For Baume, and many others, the issue is clear: good government is utterly transparent to the point of nakedness, baring all, obeying every process that is in place, no matter how much such transparency rules impede the normal running of government. Bad government is when officials communicate behind closed doors because anything said there is seen to be ‘unaccountable’ and potentially suspicious. Nothing should be ‘for their eyes only’ any more.
It is in the name of preventing bad government that it has been announced that government officials – including prime minister David Cameron – are likely to have their private emails ‘trawled’ by the Information Commissioner to ensure that no, in the words of an Independent leader article, ‘cloak and dagger activity’ is taking place. There are now calls for text messages to be investigated too, due to fears they may be used to ‘avoid scrutiny’. It is anticipated that this will lead to a ‘flood of Freedom of Information requests to No.10 and other departments’ from people eager to trawl through Cameron’s personal emails as US journalists trawled (fruitlessly) through Sarah Palin’s emails earlier in the year. Not because any specific underhand activity needs to be investigated, but simply because it might be taking place.
Such is the logic of the cult of transparency: all must be revealed and have the cleansing light of the public gaze cast upon it. Where there is privacy, where government officials are permitted to communicate with each other out of earshot, then there is potential for corruption to breed. The naivety of such campaigners is astounding. Such transparency hardly quashes corruption, were it to be taking place. Instead it can simply lead it to be pushed further behind ever more tightly closed doors. But, fundamentally, when ‘good government’ is seen as one that is absolutely transparent, politicians – as a result – lack the space in which to test out ideas, to speak frankly and without the qualifications necessary when making a public address and to utter half-baked or emotional outbursts (including ‘Argghhh!!!’) that simply don’t need to be heard by everyone.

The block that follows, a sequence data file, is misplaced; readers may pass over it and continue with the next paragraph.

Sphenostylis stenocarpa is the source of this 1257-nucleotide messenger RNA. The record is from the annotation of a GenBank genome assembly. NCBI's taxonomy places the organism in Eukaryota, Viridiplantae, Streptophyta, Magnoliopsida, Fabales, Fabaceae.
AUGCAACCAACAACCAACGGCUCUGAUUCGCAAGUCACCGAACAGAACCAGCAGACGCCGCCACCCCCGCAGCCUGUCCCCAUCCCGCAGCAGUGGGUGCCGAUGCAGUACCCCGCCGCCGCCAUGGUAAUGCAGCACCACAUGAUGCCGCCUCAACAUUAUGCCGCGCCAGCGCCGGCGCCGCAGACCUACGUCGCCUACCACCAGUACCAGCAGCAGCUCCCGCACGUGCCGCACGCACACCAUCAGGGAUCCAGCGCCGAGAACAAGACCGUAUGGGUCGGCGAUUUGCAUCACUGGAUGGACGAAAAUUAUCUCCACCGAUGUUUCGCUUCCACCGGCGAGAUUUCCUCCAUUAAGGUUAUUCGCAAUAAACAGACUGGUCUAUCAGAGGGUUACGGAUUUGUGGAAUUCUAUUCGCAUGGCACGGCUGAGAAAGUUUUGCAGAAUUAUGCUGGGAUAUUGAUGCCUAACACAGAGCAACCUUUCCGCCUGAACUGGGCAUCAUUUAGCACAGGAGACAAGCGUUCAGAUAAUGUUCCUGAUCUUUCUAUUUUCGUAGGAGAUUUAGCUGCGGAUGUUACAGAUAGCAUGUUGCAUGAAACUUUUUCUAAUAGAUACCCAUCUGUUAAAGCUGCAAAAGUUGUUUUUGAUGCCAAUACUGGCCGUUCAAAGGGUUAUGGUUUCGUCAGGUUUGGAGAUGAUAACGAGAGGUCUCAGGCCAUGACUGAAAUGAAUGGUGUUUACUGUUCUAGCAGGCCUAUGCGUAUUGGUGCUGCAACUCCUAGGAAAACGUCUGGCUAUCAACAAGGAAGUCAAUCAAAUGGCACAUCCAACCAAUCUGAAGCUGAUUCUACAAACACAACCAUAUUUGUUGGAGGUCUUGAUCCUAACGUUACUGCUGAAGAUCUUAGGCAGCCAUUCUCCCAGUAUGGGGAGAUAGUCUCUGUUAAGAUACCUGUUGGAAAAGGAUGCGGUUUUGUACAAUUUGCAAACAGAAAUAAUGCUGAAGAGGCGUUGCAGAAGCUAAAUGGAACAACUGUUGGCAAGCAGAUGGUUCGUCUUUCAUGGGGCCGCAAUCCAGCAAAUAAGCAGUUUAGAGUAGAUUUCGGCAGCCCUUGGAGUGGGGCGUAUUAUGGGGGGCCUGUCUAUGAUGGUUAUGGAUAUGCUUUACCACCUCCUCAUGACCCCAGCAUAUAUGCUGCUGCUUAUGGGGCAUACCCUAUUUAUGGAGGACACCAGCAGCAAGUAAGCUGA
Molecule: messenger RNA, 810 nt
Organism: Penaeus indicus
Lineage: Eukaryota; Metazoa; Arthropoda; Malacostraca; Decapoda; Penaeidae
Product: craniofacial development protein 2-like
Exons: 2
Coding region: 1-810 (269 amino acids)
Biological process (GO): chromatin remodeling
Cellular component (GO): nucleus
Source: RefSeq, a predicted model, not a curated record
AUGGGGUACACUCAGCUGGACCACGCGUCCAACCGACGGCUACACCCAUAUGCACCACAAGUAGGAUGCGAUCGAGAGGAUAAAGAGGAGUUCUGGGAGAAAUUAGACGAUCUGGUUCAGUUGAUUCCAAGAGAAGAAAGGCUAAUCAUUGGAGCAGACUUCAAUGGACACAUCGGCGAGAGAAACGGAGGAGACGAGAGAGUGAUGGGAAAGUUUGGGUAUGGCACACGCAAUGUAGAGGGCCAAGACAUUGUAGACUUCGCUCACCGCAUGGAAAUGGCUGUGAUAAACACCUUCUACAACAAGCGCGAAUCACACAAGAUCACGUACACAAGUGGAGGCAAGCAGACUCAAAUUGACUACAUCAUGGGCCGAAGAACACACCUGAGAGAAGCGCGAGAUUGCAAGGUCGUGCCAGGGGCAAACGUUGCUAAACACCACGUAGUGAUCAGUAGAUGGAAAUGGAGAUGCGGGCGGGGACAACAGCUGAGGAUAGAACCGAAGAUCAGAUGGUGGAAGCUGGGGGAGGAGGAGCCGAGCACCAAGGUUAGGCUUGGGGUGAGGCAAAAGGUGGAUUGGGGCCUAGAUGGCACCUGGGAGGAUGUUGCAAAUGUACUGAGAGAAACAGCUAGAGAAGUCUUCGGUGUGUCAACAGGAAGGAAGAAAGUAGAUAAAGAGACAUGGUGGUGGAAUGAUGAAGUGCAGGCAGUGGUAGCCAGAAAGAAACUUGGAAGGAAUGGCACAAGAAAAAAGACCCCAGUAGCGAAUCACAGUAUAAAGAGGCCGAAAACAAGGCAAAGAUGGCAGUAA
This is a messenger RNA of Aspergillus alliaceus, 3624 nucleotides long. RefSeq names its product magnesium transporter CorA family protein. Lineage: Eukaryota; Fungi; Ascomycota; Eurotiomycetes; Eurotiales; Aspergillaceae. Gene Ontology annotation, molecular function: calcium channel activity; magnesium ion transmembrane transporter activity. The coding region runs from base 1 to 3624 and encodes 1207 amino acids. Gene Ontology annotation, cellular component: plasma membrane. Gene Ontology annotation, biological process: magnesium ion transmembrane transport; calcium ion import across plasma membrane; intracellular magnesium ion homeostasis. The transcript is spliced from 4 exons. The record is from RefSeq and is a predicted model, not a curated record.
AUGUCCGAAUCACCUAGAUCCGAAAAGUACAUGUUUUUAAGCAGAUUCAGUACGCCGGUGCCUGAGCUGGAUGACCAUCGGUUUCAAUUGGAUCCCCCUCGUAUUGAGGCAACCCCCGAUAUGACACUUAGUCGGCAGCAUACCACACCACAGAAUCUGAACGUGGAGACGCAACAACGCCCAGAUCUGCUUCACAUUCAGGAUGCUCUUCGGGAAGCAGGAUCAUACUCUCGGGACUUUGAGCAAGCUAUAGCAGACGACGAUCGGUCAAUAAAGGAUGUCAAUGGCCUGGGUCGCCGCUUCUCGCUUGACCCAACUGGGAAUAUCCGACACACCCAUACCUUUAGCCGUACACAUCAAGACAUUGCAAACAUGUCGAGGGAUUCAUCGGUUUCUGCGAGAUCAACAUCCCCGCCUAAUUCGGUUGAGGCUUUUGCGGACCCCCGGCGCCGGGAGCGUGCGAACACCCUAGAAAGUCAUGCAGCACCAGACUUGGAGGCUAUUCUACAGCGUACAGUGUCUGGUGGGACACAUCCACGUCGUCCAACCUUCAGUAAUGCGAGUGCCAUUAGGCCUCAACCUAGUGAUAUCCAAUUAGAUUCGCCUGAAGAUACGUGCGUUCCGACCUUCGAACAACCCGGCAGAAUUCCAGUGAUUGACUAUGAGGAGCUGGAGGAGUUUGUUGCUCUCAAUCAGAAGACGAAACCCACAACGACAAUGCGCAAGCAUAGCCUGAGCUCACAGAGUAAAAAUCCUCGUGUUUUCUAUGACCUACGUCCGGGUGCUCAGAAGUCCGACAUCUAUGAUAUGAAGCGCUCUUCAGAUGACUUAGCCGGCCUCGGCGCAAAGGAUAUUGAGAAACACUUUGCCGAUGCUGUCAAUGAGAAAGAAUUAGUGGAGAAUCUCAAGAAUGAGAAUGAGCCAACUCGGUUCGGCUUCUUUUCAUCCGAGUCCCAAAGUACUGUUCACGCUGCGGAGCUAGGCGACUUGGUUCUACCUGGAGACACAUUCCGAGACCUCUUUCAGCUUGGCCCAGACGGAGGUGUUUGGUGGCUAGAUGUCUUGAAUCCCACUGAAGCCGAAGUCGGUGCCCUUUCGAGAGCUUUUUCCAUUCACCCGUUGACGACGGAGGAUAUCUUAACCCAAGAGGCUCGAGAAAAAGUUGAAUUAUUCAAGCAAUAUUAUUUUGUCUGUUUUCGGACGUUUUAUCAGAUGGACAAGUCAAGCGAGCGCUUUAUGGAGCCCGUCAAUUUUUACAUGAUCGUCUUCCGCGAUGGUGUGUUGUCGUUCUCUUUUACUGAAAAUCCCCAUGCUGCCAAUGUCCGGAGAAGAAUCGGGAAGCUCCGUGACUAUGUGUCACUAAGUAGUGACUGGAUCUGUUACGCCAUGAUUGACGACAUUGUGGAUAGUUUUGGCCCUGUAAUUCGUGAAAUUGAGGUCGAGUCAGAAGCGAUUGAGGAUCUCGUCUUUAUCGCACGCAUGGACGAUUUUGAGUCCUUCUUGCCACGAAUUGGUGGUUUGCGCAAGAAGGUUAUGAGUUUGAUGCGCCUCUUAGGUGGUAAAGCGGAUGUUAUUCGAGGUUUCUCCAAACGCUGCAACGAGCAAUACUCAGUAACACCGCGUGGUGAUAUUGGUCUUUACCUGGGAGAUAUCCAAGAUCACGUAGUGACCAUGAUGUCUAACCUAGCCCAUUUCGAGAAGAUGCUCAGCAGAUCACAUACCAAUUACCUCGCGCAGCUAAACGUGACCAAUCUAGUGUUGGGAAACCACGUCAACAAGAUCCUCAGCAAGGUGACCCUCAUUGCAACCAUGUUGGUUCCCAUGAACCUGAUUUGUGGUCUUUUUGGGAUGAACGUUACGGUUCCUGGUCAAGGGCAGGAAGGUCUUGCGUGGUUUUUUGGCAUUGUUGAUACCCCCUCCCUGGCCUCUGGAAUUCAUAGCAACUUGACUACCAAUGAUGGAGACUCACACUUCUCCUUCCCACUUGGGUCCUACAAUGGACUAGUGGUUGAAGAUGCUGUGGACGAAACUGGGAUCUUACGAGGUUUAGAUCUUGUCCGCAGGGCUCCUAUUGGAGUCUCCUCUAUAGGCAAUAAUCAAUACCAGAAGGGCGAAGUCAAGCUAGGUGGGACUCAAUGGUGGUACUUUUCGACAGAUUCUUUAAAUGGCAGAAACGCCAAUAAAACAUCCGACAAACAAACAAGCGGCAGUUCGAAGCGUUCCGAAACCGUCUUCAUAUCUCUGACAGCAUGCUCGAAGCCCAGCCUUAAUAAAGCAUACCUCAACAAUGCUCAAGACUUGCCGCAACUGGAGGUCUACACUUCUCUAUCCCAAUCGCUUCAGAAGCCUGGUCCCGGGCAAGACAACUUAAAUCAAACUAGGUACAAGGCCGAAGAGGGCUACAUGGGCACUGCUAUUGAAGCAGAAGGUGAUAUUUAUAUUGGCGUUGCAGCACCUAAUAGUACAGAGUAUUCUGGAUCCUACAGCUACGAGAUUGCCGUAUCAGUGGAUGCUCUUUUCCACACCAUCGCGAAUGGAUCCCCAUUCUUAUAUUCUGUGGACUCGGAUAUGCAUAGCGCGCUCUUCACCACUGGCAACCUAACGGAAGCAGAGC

Not that the government has been making such a case for the necessity of private conversations to take place. In fact, in many ways the government is being hung by its own petard. It has embraced the transparency-obsessed, Wikileaky culture that now dominates Whitehall. Shortly after being elected into office last year, David Cameron declared to all departments that the coalition government should be the most see-through government yet: ‘Greater transparency across government is at the heart of our shared commitment to enable the public to hold politicians and public bodies to account.’
What next? All government buildings – or even officials themselves – being fitted with sound-recording devices to catch those previously off-the-record conversations? Perhaps they will be fitted with video cameras too, to ensure that knowing winks aren’t being given? How about heart monitors to check that politicians aren’t showing evidence of lying?
When the government doesn’t even trust itself to operate in conditions of ever-increasing transparency and not try to win the case for privacy, then unnecessary scandals such as Govegate (as Newsnight’s Michael Cockerell tentatively dubbed it) are likely to emerge. The upshot of greater transparency measures is that media and transparency campaigners may be able to trawl through millions of workaday emails on the hunt for evidence of foul play. Far from creating a more accountable government, it will produce a more ineffective and timid government instead.
Patrick Hayes is a reporter for spiked.